February 11, 2008 / 12:57 AM / in 10 years

Sell Yahoo to high bidder, shareholder group says

SAN FRANCISCO, Feb 10 (Reuters) - A dissident group of Yahoo Inc YHOO.O shareholders said on Sunday it had launched a campaign to sell their shares as a block, breaking ranks with Yahoo as it faces an unsolicited takeover bid from Microsoft Corp (MSFT.O).

Eric Jackson, leader of an outspoken group of 100 current and former Yahoo employees that own 2.1 million shares and call themselves “Yahoo Plan B,” said his group was prepared to negotiate separately with Microsoft or any other bidder.

"We have no desire to see Yahoo! continue independently with the current board and management team in place. We believe that is a recipe for a $17 stock price," Jackson wrote on his blog site, which can be found at tinyurl.com/3yglgz/.

“Therefore, we will band together as a group and agree to sell our Yahoo! shares to the highest bidder,” Jackson wrote.

Jackson called on other investors to join the block. The 2.1 million shares he said he and his group own is a tiny fraction of the roughly 1.4 billion Yahoo shares outstanding.

But his group is the first among Yahoo shareholders to speak out publicly against the company’s expected rejection of Microsoft’s offer.

Jackson was the star of Yahoo’s annual meeting last June, where he led a move to challenge the direction of the company.

In the meeting’s most memorable moment, Jackson accused then Chairman and Chief Executive Terry Semel of mismanaging the company and failing to do more to revive its share price.

Microsoft recently said it was prepared to make an unsolicited bid for Yahoo that valued it at $31 a share, or $44.6 billion. The value of the deal has slid in line with Microsoft shares to a current level of $41.8 billion.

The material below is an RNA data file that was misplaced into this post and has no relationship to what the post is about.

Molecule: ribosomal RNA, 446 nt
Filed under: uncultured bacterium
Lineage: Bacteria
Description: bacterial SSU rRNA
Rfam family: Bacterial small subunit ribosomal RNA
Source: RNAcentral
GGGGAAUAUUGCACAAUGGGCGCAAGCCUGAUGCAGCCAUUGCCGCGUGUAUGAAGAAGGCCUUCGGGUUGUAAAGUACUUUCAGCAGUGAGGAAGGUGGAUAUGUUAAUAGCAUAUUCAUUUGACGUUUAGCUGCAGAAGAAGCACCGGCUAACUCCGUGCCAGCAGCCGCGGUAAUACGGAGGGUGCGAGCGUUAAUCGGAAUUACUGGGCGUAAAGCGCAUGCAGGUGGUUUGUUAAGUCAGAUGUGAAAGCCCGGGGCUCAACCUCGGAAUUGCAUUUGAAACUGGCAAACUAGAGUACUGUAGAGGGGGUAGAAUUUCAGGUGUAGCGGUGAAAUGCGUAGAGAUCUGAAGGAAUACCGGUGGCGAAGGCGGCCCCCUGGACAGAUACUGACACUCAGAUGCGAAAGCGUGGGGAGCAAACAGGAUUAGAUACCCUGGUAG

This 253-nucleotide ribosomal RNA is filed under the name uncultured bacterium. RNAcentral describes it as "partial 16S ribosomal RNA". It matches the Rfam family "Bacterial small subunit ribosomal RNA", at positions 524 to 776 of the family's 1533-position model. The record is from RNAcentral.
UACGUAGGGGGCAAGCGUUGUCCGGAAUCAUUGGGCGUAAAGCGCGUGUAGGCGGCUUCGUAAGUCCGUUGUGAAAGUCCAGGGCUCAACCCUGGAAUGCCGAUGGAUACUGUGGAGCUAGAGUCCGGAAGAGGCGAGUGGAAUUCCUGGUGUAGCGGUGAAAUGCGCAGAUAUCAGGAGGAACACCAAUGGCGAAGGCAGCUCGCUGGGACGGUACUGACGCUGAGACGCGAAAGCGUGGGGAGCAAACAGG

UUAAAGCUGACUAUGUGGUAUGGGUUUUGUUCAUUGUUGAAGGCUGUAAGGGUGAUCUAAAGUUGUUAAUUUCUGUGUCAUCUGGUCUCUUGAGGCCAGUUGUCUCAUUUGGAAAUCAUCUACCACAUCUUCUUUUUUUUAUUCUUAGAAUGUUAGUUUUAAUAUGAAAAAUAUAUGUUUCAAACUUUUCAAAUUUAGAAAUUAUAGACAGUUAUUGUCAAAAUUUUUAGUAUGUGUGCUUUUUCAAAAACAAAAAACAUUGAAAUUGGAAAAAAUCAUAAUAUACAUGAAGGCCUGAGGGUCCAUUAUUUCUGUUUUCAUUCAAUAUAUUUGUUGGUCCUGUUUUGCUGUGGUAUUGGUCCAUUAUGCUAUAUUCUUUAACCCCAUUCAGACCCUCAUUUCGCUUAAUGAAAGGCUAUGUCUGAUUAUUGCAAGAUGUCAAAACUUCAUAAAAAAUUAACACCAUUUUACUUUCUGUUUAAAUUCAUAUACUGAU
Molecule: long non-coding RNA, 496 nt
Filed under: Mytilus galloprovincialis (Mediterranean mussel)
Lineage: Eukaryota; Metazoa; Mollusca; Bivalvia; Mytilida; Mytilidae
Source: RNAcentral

Yahoo’s board is expected to reject Microsoft’s offer as too low, a source familiar with the situation told Reuters on Saturday.

    The Wall Street Journal reported over the weekend that Yahoo’s board thinks Microsoft’s offer “massively” undervalues the company and is unlikely to consider anything below $40 a share, quoting a person familiar with the matter.

    Yahoo’s stock, which traded above $40 two years ago, has been hammered more recently due to competitive pressures from Google Inc (GOOG.O), product missteps, management defections and restructuring moves.

    Yahoo shares touched their 52-week low of $18.58 a day before Microsoft made its offer to Yahoo’s board on Jan. 31 and closed their most recent trading session at $29.20.

    Earlier this week, the New York Post reported that Capital Research and Management, which owns 11 percent of Yahoo and 6 percent of Microsoft, had met with Microsoft CEO Steve Ballmer to see if he would raise the $31 offer if Yahoo rebuffs it.

    At Yahoo’s June 2007 annual meeting, Jackson, who runs an investment firm called Ironfire Capital, had spearheaded a move to vote against board-nominated directors.

    The campaign resulted in a hefty minority vote against the re-election of Semel, who resigned a week afterward as chief executive, and Roy Bostock, who was named Yahoo chairman two weeks ago when Semel stepped down.

    “I am surprised that you didn’t apologize for the last three years of performance,” Jackson had told Semel in front of shareholders at the meeting. (Editing by Braden Reddall)

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